Your landlord cannot restrict guests without good reason, or charge any fees for your guests, even if they are staying overnight. However, always remember that when it comes to guests, you have to be reasonable. If a guest stays over for an unreasonable length of time, your landlord may consider them an additional occupant and try to raise your rent or evict you. If you landlord is trying to unreasonably restrict your right to have guests, see TRAC’s template letter, Tenant’s Right to Have Guests.
Keep in mind that there is a difference between a temporary guest and a permanent occupant. Your landlord is allowed to restrict the number of occupants in your unit as a term of your tenancy agreement, and may require you to get their permission before allowing an occupant to move in.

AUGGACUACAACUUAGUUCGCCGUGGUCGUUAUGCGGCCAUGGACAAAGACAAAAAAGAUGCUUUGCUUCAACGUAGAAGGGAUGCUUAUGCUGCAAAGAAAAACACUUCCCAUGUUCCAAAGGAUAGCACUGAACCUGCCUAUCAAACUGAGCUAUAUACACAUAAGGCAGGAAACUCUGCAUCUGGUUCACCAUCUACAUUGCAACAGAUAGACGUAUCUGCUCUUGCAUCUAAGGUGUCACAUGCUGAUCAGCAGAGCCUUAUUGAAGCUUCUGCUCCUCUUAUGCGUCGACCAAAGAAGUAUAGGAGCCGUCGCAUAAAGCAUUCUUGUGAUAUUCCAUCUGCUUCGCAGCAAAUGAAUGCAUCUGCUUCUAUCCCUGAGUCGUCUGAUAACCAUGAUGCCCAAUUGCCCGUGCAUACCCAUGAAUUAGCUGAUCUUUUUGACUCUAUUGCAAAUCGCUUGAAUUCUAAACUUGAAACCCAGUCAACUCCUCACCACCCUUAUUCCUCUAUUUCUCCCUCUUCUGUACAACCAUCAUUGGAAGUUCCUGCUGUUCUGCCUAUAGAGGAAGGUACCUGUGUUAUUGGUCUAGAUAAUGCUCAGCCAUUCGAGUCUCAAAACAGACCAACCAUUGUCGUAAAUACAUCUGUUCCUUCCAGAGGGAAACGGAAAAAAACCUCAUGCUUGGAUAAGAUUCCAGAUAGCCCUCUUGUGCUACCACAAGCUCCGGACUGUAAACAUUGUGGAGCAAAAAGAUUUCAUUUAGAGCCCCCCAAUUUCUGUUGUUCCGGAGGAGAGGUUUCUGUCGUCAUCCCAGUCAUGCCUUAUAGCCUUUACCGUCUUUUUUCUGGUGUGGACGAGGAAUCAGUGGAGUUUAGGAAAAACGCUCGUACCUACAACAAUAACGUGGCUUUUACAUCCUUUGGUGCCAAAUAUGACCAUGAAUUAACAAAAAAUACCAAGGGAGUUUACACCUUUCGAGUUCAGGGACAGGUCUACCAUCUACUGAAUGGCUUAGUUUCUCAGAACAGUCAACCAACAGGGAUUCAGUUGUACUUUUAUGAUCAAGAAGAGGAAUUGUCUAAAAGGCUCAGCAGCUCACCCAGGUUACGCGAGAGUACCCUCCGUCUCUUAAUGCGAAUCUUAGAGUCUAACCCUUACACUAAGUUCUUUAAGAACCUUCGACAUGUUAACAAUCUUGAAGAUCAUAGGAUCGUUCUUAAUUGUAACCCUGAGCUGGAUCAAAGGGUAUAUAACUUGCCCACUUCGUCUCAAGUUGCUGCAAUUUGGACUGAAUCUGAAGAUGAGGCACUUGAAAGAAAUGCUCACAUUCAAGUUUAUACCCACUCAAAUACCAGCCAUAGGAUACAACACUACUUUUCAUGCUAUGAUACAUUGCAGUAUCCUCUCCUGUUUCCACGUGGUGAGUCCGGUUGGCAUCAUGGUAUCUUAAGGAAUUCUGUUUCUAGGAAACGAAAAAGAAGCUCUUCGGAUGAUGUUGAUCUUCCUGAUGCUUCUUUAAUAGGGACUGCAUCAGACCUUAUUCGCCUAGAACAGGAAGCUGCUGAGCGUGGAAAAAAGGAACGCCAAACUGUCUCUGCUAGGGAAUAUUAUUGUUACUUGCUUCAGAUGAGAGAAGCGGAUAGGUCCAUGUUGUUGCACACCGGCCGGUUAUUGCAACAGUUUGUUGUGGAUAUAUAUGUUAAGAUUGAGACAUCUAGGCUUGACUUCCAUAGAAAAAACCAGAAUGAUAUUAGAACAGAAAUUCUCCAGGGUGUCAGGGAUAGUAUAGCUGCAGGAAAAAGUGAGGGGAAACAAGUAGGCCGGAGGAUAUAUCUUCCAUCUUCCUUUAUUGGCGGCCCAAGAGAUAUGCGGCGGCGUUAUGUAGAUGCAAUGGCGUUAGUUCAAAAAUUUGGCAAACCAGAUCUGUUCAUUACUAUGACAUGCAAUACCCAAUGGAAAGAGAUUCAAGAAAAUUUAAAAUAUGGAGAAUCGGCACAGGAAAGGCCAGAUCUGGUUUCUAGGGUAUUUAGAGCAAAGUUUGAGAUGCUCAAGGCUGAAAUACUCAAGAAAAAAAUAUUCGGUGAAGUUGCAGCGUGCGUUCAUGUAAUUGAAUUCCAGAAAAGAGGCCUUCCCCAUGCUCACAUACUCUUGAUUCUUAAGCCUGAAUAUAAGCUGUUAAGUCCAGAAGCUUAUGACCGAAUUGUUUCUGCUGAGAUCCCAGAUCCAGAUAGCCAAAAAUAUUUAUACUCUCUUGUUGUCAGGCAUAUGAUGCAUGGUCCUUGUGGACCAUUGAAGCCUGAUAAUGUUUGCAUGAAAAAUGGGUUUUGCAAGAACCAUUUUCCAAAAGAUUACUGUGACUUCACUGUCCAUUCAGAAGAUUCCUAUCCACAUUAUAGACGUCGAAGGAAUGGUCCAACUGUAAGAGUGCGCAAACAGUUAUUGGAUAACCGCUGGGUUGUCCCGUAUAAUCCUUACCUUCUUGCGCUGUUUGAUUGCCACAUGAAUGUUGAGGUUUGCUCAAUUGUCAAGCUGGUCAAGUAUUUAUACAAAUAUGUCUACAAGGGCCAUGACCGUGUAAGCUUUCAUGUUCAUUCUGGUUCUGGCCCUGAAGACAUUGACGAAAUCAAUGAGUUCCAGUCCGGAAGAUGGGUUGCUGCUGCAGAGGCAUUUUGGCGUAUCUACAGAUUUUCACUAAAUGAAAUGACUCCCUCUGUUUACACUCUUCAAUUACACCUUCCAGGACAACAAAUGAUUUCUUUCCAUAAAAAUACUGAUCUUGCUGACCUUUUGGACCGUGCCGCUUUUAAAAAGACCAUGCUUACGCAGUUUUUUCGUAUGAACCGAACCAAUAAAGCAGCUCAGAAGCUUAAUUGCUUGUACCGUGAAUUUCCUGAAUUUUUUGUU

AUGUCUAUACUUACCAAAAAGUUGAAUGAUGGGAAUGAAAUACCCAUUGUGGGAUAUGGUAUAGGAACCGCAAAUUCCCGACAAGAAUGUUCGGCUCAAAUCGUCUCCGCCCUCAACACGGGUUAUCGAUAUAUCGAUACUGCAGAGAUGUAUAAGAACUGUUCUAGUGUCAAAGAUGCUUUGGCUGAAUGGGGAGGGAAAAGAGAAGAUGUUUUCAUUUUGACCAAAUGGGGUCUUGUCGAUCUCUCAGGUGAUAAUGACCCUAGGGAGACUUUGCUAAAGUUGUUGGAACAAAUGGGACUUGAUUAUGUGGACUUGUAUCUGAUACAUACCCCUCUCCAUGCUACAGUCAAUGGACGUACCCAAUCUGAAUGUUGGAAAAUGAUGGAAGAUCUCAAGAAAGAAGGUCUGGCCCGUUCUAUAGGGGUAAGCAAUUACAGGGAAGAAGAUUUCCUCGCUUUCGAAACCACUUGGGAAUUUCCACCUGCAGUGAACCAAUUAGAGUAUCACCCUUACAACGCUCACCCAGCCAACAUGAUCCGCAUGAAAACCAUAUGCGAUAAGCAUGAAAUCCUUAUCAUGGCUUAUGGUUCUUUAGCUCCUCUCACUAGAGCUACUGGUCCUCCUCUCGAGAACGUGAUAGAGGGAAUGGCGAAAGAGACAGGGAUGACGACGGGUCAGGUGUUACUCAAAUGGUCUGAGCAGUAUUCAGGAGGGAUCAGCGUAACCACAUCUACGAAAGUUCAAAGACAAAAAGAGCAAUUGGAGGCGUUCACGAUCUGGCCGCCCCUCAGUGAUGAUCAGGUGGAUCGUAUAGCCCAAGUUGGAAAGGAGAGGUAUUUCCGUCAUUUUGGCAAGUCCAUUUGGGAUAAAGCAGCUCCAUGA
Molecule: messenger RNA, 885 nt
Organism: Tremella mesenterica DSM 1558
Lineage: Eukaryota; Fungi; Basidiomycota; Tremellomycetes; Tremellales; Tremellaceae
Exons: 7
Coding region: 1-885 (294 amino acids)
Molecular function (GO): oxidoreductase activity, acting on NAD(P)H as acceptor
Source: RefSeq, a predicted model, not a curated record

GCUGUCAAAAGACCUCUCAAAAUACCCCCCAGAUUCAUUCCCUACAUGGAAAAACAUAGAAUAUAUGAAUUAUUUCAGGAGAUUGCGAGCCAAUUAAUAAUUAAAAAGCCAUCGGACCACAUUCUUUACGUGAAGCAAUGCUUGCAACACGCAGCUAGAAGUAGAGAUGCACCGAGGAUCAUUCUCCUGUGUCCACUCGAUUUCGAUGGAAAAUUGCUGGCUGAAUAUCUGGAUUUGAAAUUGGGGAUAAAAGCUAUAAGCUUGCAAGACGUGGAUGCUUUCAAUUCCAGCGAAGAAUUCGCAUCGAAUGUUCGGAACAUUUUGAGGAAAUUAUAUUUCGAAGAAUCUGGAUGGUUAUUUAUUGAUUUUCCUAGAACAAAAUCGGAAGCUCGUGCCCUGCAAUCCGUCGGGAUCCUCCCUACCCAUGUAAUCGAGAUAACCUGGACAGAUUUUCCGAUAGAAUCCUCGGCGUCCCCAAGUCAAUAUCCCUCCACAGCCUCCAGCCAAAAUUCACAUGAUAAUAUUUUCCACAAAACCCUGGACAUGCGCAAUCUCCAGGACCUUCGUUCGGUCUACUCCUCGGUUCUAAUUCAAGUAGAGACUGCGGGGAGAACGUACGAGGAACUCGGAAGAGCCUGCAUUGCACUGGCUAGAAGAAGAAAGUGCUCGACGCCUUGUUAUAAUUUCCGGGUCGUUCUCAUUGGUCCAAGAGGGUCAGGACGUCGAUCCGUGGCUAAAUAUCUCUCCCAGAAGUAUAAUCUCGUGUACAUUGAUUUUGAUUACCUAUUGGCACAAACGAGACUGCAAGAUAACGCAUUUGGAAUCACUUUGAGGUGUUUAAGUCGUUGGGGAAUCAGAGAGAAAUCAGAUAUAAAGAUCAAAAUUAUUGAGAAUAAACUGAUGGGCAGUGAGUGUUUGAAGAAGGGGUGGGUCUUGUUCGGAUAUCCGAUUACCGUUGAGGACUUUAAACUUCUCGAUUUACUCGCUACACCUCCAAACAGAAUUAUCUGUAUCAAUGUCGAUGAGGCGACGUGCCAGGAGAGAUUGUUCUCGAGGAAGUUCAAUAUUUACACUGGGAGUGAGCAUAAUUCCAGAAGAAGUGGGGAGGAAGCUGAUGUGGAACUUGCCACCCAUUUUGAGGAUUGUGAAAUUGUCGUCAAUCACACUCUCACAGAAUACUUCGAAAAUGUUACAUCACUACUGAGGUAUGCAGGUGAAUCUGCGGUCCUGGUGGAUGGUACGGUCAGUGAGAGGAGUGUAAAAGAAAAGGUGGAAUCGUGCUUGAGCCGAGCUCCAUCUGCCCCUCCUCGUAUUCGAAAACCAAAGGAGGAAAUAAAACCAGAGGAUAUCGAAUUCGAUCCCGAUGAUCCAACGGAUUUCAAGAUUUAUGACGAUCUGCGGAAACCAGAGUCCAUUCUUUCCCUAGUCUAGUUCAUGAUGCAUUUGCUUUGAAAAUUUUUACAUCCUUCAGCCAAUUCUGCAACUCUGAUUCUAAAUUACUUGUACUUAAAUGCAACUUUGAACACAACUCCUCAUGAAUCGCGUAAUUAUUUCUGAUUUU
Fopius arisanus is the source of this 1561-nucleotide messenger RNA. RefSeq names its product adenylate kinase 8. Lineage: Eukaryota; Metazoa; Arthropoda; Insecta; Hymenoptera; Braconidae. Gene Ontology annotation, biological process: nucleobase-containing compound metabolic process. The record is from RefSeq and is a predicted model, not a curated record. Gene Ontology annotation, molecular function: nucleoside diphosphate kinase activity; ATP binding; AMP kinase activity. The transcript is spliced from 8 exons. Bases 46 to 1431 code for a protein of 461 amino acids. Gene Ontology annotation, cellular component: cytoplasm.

When you invite guests on to your landlord’s property, you are legally responsible for their behaviour. You have to make sure that your guests are not violating other tenants’ quiet enjoyment, not causing damage to the property, and not engaging in illegal activity. If your guests cause these types of problems, your landlord may be able to restrict their access. If you continually allow your guests to cause problems, your landlord may issue you a warning letter and/or eviction notice.
Tenants in non-profit housing are allowed to have guests stay overnight. However, if a guest stays for a long time and it looks like they have moved into the unit, this may be a breach of the tenancy agreement. Tenants in subsidized housing are required to report the income of everyone who lives in the unit. If it looks like a guest has moved in, and your landlord demands that you report their income, you may lose your subsidy or have to move out.